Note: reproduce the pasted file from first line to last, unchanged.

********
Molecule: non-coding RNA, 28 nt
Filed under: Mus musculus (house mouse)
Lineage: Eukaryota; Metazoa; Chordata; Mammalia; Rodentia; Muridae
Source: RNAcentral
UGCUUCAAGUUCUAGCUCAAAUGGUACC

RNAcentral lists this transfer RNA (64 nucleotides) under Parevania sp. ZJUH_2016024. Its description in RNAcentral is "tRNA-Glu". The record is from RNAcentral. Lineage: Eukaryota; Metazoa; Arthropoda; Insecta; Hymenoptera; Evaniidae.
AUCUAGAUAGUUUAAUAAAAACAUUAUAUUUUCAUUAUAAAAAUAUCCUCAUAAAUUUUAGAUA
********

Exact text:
Molecule: non-coding RNA, 28 nt
Filed under: Mus musculus (house mouse)
Lineage: Eukaryota; Metazoa; Chordata; Mammalia; Rodentia; Muridae
Source: RNAcentral
UGCUUCAAGUUCUAGCUCAAAUGGUACC

RNAcentral lists this transfer RNA (64 nucleotides) under Parevania sp. ZJUH_2016024. Its description in RNAcentral is "tRNA-Glu". The record is from RNAcentral. Lineage: Eukaryota; Metazoa; Arthropoda; Insecta; Hymenoptera; Evaniidae.
AUCUAGAUAGUUUAAUAAAAACAUUAUAUUUUCAUUAUAAAAAUAUCCUCAUAAAUUUUAGAUA